In all cases, the images quality was diagnostic.
In Table 1, the measures (in centimetres) of pelvic organs in respect to the PCP, in rest, squeeze, and defecation phases, in both sitting and supine examinations in all patients are reported.
In rest phase, both positions of bladder and ARJ were significantly different when the patient was imaged in supine versus sitting position ( value ≤ 0.0001 and value ≤ 0.001, resp.) (Figures 2(a), 2(b), 3(a), and 3(b)); also during squeezing, both positions of bladder and ARJ were significantly different when the patient was imaged in supine versus sitting position ( value = 0.0011; value = 0.0154). In the defecation phase, a significant difference for the bladder position was detected between the two exams ( value ≤ 0.001) whereas a significant difference for the ARJ was not found ( value = 0.373) (Figures 2(c), 2(d), 4(c), and 4(d)).
In the rest phase, a fixed pelvic floor descent was detected in sitting position in 16/31 (51.6%) patients whereas only in 2/31 (0.64%) the supine MR detected a descent of more than 3 cm () (Figures 2(a), 2(b), 3(a), 3(b), 4(a), and 4(b)).
In rest phase, a cystocele was detected in sitting position in 4/31 (12.9%) patients whereas in 0/31 (0%) the supine MR detected a descent of more than 1 cm ().
In evacuation phase, a cystocele was detected in sitting position in 20/31 (64.5%) patients whereas in 14/31 (45.16%) the supine MR detected a descent of more than 1 cm () (Figures 3(c) and 3(d)). The dynamic descent for the bladder and the ARJ was also evaluated and compared: a statistically major descent was detected in supine position if compared with sitting position for both bladder and the ARJ ( value = 0.04; value = 0.0157) (Figure 2).
In Figure 5, the graphic representation of the ANOVA test is shown.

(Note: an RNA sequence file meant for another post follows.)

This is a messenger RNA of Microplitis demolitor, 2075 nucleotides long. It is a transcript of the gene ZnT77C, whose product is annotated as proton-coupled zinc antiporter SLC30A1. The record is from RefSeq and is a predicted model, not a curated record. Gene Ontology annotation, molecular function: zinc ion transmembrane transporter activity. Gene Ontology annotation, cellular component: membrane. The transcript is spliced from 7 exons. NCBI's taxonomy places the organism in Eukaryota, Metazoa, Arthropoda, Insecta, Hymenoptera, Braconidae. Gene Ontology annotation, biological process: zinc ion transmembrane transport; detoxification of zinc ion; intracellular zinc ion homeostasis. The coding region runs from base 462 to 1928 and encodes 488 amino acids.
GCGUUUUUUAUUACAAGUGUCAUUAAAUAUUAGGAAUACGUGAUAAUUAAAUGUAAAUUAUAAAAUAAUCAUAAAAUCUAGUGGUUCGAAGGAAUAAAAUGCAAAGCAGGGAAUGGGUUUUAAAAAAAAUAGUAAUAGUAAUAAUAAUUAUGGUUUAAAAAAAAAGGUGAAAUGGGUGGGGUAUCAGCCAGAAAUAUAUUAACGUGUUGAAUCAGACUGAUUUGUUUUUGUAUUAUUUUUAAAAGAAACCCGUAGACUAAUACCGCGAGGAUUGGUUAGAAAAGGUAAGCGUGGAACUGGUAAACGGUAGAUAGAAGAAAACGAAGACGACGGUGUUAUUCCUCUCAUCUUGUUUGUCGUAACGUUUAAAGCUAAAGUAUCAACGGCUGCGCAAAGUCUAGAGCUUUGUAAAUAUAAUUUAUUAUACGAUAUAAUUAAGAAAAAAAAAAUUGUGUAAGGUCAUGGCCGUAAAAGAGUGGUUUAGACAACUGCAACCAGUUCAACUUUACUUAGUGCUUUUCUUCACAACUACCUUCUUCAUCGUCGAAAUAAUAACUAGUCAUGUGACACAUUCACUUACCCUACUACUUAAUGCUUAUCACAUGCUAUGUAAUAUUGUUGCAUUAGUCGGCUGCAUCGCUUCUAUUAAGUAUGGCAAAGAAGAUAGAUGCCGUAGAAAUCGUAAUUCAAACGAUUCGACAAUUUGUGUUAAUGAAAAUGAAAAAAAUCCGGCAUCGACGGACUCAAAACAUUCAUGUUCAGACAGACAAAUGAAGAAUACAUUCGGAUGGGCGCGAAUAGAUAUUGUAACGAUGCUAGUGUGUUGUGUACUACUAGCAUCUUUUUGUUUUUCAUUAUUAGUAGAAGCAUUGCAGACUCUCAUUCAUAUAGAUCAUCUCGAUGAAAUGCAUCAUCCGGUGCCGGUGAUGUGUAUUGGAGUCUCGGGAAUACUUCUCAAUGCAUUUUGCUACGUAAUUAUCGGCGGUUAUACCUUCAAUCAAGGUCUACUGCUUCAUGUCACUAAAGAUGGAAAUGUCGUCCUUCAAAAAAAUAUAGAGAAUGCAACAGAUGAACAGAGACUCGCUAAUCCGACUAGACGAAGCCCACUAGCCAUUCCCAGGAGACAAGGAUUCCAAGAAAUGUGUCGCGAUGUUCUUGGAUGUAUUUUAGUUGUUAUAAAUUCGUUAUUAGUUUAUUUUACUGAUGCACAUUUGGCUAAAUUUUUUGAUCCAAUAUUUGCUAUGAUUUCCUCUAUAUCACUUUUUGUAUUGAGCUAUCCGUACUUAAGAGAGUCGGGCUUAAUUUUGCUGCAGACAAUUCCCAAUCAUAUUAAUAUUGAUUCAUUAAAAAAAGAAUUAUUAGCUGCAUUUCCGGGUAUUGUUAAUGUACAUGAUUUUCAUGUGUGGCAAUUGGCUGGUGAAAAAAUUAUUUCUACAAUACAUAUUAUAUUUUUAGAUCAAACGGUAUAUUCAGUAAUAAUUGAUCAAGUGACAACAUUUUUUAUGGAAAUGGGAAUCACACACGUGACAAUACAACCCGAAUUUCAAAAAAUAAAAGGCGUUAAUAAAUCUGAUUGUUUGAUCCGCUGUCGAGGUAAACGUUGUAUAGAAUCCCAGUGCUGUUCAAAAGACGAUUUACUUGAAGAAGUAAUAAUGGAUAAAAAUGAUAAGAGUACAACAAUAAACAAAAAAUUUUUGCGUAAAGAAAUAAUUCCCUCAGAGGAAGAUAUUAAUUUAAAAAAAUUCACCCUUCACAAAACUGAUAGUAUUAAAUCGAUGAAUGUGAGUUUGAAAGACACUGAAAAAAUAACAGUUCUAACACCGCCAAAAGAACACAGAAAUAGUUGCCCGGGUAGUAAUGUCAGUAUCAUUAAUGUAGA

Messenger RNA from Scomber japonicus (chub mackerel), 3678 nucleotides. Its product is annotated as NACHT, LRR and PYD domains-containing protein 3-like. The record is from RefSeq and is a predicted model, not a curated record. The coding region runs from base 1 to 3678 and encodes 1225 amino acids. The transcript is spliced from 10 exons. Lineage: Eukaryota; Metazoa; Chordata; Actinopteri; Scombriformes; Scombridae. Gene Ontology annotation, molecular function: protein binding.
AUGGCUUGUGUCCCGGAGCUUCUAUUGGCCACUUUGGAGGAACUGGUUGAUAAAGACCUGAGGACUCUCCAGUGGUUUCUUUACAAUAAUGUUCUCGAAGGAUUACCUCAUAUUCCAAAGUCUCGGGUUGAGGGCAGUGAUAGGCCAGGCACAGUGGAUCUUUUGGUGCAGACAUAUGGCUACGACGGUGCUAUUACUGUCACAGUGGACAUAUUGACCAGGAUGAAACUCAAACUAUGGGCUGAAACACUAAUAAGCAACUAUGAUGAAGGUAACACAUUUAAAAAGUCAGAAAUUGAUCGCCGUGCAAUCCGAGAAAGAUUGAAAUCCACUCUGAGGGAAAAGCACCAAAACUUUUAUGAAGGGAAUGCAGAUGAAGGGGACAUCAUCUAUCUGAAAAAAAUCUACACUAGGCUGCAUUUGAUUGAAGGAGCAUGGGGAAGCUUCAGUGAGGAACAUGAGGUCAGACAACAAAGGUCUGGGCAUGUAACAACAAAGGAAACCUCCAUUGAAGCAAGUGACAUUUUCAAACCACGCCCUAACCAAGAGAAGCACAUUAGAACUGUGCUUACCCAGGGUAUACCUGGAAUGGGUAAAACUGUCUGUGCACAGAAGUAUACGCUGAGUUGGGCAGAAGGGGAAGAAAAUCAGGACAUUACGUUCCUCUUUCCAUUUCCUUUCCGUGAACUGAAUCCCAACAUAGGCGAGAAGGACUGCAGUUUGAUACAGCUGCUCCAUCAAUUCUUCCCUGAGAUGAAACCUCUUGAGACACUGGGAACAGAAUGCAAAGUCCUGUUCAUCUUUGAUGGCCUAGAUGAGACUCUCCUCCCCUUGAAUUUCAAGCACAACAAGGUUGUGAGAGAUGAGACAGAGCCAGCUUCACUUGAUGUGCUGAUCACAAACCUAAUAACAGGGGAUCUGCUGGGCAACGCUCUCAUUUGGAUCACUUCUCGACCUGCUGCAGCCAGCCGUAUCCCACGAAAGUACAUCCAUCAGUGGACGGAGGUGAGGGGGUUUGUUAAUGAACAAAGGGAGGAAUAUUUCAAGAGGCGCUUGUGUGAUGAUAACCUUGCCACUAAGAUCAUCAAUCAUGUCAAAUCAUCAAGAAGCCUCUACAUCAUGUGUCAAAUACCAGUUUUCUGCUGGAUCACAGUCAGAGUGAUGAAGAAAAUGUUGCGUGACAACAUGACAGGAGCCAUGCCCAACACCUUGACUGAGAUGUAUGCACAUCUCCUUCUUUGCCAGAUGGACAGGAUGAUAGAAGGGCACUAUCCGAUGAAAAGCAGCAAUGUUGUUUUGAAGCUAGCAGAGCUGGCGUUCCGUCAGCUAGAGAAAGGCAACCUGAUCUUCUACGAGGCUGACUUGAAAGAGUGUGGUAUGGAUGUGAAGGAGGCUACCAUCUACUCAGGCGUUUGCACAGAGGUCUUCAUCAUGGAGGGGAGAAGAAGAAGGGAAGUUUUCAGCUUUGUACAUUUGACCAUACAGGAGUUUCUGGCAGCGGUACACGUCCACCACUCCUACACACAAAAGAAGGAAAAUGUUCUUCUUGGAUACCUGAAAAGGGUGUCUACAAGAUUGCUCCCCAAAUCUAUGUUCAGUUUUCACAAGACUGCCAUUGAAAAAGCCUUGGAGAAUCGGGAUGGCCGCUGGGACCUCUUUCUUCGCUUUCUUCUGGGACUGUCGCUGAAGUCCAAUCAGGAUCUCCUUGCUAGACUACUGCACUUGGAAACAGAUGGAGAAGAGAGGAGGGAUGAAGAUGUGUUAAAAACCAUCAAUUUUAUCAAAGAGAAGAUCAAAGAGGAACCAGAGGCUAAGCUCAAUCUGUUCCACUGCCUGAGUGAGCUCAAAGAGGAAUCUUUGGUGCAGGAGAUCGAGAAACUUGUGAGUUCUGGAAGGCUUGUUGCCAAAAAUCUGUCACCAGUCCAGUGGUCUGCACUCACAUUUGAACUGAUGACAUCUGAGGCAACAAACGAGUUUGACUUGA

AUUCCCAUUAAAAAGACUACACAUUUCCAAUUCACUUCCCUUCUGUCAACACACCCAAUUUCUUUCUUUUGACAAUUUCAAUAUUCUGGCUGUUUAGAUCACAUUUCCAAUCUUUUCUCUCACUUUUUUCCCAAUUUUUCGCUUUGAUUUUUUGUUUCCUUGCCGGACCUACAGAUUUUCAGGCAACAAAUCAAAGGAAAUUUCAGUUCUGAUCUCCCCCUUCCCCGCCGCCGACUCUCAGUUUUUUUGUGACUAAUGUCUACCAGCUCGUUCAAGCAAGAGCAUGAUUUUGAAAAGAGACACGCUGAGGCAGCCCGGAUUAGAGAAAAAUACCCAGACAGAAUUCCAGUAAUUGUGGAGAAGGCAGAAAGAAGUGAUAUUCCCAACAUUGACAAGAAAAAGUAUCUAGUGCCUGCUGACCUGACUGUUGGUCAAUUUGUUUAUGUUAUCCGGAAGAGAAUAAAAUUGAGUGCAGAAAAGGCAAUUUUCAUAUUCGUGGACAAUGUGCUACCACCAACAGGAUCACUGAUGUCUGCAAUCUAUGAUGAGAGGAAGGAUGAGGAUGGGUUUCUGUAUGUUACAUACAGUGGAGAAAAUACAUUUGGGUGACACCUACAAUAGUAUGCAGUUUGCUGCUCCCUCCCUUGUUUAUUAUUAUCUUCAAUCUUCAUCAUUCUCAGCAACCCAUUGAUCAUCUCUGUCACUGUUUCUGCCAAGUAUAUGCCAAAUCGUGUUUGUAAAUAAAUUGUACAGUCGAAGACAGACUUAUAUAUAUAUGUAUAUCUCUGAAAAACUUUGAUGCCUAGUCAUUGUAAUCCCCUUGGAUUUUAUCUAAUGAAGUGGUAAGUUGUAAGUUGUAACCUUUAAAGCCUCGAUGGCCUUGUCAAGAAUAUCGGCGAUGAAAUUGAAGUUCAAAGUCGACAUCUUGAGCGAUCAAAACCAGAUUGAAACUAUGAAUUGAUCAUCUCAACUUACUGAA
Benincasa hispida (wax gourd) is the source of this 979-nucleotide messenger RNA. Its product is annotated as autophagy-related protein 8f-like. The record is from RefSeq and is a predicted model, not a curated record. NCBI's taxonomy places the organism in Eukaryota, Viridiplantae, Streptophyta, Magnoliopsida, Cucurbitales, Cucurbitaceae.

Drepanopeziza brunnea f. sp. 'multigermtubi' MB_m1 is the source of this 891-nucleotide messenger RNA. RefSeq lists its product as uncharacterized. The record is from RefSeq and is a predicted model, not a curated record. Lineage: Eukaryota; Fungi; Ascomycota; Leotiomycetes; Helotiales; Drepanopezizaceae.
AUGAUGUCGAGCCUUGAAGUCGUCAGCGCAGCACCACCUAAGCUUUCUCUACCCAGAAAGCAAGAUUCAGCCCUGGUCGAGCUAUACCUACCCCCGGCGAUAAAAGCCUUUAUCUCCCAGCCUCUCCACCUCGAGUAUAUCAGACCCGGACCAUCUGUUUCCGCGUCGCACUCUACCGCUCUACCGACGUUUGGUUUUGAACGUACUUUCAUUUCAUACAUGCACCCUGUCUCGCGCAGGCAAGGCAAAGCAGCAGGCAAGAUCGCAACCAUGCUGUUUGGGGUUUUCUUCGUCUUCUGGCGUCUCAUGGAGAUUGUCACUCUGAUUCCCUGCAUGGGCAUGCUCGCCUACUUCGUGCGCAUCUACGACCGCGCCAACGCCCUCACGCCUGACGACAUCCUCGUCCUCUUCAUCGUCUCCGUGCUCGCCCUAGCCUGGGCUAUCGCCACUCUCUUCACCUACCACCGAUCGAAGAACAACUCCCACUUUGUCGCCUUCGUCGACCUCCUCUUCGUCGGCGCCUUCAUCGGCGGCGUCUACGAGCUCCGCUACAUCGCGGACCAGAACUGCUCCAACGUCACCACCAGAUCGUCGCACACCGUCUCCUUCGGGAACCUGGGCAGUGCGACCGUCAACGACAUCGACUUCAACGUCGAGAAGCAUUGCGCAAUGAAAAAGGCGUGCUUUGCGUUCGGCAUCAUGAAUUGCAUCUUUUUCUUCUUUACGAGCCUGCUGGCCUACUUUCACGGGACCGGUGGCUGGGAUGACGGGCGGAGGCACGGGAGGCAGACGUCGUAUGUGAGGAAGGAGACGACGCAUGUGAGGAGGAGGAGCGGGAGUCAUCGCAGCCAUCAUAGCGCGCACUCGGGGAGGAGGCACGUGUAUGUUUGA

A dynamic descent was detected in sitting position in 10/31 (32.25%) patients and in 18/31 (58%) in supine position ().
The measures of pelvic organs in respect to the PCP were also examined for the female and male subgroups as shown in Table 2.
In the female subgroup (), in rest phase, the positions of bladder, ARJ, and vagina were significantly different ( value ≤ 0.0001) when the patient is imaged in supine versus sitting position.
In squeezing phase only for bladder and vagina, there was a statistically significant difference ( value = 0.0002 and value = 0.0013) whereas for ARJ measure a significant difference was not detected with a probability more than or equal to 95% ( value = 0.0735). In the defecation phase for ARJ measures, a significant difference was not detected ( value = 0.572), whereas there was a statistically significant difference for bladder and vagina measures ( values < 0.001; value = 0.019).
The dynamic descent of bladder, ARJ, and vagina between rest and defecation phases in both positions was also compared and for the ARJ a statistically significant major descent was detected in supine position versus sitting position ( value = 0.018). A significant difference between sitting and supine positions in the degree of descent of the bladder ( value = 0.0239) was found; a significant difference was not detected for the vagina measure with a probability more than or equal to 95% ( value = 0.278).
In Figure 6, the graphic representation of the ANOVA test for the female subgroup is shown.
In the male subgroup (reported for completeness, ), in rest phase, there was a statistically significant difference in the bladder measures between supine and sitting positions ( value = 0.0217), whereas there were not significant differences for ARJ measures ( value = 0.09) between supine and sitting positions.
In squeezing phase, significant differences for bladder and ARJ measures between supine and sitting positions were not found ( value = 0.346 and value = 0.124, resp.).
In the defecation phase, significant differences for both bladder and ARJ measures between supine and sitting positions were not found ( value = 0.066 and value = 0.297, resp.).